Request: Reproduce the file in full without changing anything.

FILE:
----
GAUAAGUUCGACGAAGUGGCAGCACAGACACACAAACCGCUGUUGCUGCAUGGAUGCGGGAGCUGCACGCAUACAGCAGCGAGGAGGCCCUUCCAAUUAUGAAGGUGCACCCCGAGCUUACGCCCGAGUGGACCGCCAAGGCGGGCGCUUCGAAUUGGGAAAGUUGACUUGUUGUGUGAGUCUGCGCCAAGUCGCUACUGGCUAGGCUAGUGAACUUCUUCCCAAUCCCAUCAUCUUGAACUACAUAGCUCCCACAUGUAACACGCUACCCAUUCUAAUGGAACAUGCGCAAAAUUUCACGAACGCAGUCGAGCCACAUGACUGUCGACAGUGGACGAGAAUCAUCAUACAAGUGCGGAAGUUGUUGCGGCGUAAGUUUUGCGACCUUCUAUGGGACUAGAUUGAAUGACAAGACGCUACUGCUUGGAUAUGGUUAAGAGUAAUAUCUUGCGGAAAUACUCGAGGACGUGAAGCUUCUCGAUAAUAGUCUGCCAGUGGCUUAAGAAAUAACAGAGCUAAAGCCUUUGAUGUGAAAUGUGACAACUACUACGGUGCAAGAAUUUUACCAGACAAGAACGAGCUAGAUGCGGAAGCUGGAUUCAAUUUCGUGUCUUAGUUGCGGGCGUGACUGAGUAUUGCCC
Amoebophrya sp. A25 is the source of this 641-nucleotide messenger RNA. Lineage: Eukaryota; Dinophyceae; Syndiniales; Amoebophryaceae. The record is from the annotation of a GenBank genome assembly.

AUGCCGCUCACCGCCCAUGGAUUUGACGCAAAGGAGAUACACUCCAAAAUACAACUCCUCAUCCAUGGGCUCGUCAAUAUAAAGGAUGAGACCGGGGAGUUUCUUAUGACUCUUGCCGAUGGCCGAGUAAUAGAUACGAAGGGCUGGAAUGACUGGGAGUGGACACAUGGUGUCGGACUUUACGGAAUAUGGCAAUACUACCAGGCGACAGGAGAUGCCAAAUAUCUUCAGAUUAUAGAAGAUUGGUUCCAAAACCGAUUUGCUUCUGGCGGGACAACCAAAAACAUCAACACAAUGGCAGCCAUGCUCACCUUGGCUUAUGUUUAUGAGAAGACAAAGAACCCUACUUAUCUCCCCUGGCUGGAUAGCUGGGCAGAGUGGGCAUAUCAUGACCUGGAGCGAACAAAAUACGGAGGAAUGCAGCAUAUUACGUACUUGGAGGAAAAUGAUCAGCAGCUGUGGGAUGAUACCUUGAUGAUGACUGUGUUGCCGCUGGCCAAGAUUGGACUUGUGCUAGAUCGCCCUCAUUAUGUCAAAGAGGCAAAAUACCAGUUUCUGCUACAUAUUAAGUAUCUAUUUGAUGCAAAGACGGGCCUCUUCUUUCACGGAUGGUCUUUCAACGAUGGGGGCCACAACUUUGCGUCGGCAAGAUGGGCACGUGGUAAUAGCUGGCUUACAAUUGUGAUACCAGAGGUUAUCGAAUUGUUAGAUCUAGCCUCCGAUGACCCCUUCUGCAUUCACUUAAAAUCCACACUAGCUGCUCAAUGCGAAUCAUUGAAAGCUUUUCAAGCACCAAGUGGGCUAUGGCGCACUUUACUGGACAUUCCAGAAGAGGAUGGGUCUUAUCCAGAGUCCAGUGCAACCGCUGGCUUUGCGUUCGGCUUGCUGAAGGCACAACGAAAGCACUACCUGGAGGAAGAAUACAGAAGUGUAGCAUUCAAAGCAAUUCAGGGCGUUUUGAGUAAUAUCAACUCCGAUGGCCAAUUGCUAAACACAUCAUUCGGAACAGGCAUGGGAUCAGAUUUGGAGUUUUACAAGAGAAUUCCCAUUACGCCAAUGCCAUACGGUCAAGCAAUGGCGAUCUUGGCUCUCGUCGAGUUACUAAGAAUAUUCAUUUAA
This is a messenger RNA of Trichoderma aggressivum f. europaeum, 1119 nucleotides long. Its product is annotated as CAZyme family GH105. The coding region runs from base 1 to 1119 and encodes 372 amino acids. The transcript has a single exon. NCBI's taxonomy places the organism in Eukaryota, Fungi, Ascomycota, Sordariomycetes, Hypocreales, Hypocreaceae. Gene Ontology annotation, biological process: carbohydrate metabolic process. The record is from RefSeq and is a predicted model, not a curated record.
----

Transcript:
GAUAAGUUCGACGAAGUGGCAGCACAGACACACAAACCGCUGUUGCUGCAUGGAUGCGGGAGCUGCACGCAUACAGCAGCGAGGAGGCCCUUCCAAUUAUGAAGGUGCACCCCGAGCUUACGCCCGAGUGGACCGCCAAGGCGGGCGCUUCGAAUUGGGAAAGUUGACUUGUUGUGUGAGUCUGCGCCAAGUCGCUACUGGCUAGGCUAGUGAACUUCUUCCCAAUCCCAUCAUCUUGAACUACAUAGCUCCCACAUGUAACACGCUACCCAUUCUAAUGGAACAUGCGCAAAAUUUCACGAACGCAGUCGAGCCACAUGACUGUCGACAGUGGACGAGAAUCAUCAUACAAGUGCGGAAGUUGUUGCGGCGUAAGUUUUGCGACCUUCUAUGGGACUAGAUUGAAUGACAAGACGCUACUGCUUGGAUAUGGUUAAGAGUAAUAUCUUGCGGAAAUACUCGAGGACGUGAAGCUUCUCGAUAAUAGUCUGCCAGUGGCUUAAGAAAUAACAGAGCUAAAGCCUUUGAUGUGAAAUGUGACAACUACUACGGUGCAAGAAUUUUACCAGACAAGAACGAGCUAGAUGCGGAAGCUGGAUUCAAUUUCGUGUCUUAGUUGCGGGCGUGACUGAGUAUUGCCC
Amoebophrya sp. A25 is the source of this 641-nucleotide messenger RNA. Lineage: Eukaryota; Dinophyceae; Syndiniales; Amoebophryaceae. The record is from the annotation of a GenBank genome assembly.

AUGCCGCUCACCGCCCAUGGAUUUGACGCAAAGGAGAUACACUCCAAAAUACAACUCCUCAUCCAUGGGCUCGUCAAUAUAAAGGAUGAGACCGGGGAGUUUCUUAUGACUCUUGCCGAUGGCCGAGUAAUAGAUACGAAGGGCUGGAAUGACUGGGAGUGGACACAUGGUGUCGGACUUUACGGAAUAUGGCAAUACUACCAGGCGACAGGAGAUGCCAAAUAUCUUCAGAUUAUAGAAGAUUGGUUCCAAAACCGAUUUGCUUCUGGCGGGACAACCAAAAACAUCAACACAAUGGCAGCCAUGCUCACCUUGGCUUAUGUUUAUGAGAAGACAAAGAACCCUACUUAUCUCCCCUGGCUGGAUAGCUGGGCAGAGUGGGCAUAUCAUGACCUGGAGCGAACAAAAUACGGAGGAAUGCAGCAUAUUACGUACUUGGAGGAAAAUGAUCAGCAGCUGUGGGAUGAUACCUUGAUGAUGACUGUGUUGCCGCUGGCCAAGAUUGGACUUGUGCUAGAUCGCCCUCAUUAUGUCAAAGAGGCAAAAUACCAGUUUCUGCUACAUAUUAAGUAUCUAUUUGAUGCAAAGACGGGCCUCUUCUUUCACGGAUGGUCUUUCAACGAUGGGGGCCACAACUUUGCGUCGGCAAGAUGGGCACGUGGUAAUAGCUGGCUUACAAUUGUGAUACCAGAGGUUAUCGAAUUGUUAGAUCUAGCCUCCGAUGACCCCUUCUGCAUUCACUUAAAAUCCACACUAGCUGCUCAAUGCGAAUCAUUGAAAGCUUUUCAAGCACCAAGUGGGCUAUGGCGCACUUUACUGGACAUUCCAGAAGAGGAUGGGUCUUAUCCAGAGUCCAGUGCAACCGCUGGCUUUGCGUUCGGCUUGCUGAAGGCACAACGAAAGCACUACCUGGAGGAAGAAUACAGAAGUGUAGCAUUCAAAGCAAUUCAGGGCGUUUUGAGUAAUAUCAACUCCGAUGGCCAAUUGCUAAACACAUCAUUCGGAACAGGCAUGGGAUCAGAUUUGGAGUUUUACAAGAGAAUUCCCAUUACGCCAAUGCCAUACGGUCAAGCAAUGGCGAUCUUGGCUCUCGUCGAGUUACUAAGAAUAUUCAUUUAA
This is a messenger RNA of Trichoderma aggressivum f. europaeum, 1119 nucleotides long. Its product is annotated as CAZyme family GH105. The coding region runs from base 1 to 1119 and encodes 372 amino acids. The transcript has a single exon. NCBI's taxonomy places the organism in Eukaryota, Fungi, Ascomycota, Sordariomycetes, Hypocreales, Hypocreaceae. Gene Ontology annotation, biological process: carbohydrate metabolic process. The record is from RefSeq and is a predicted model, not a curated record.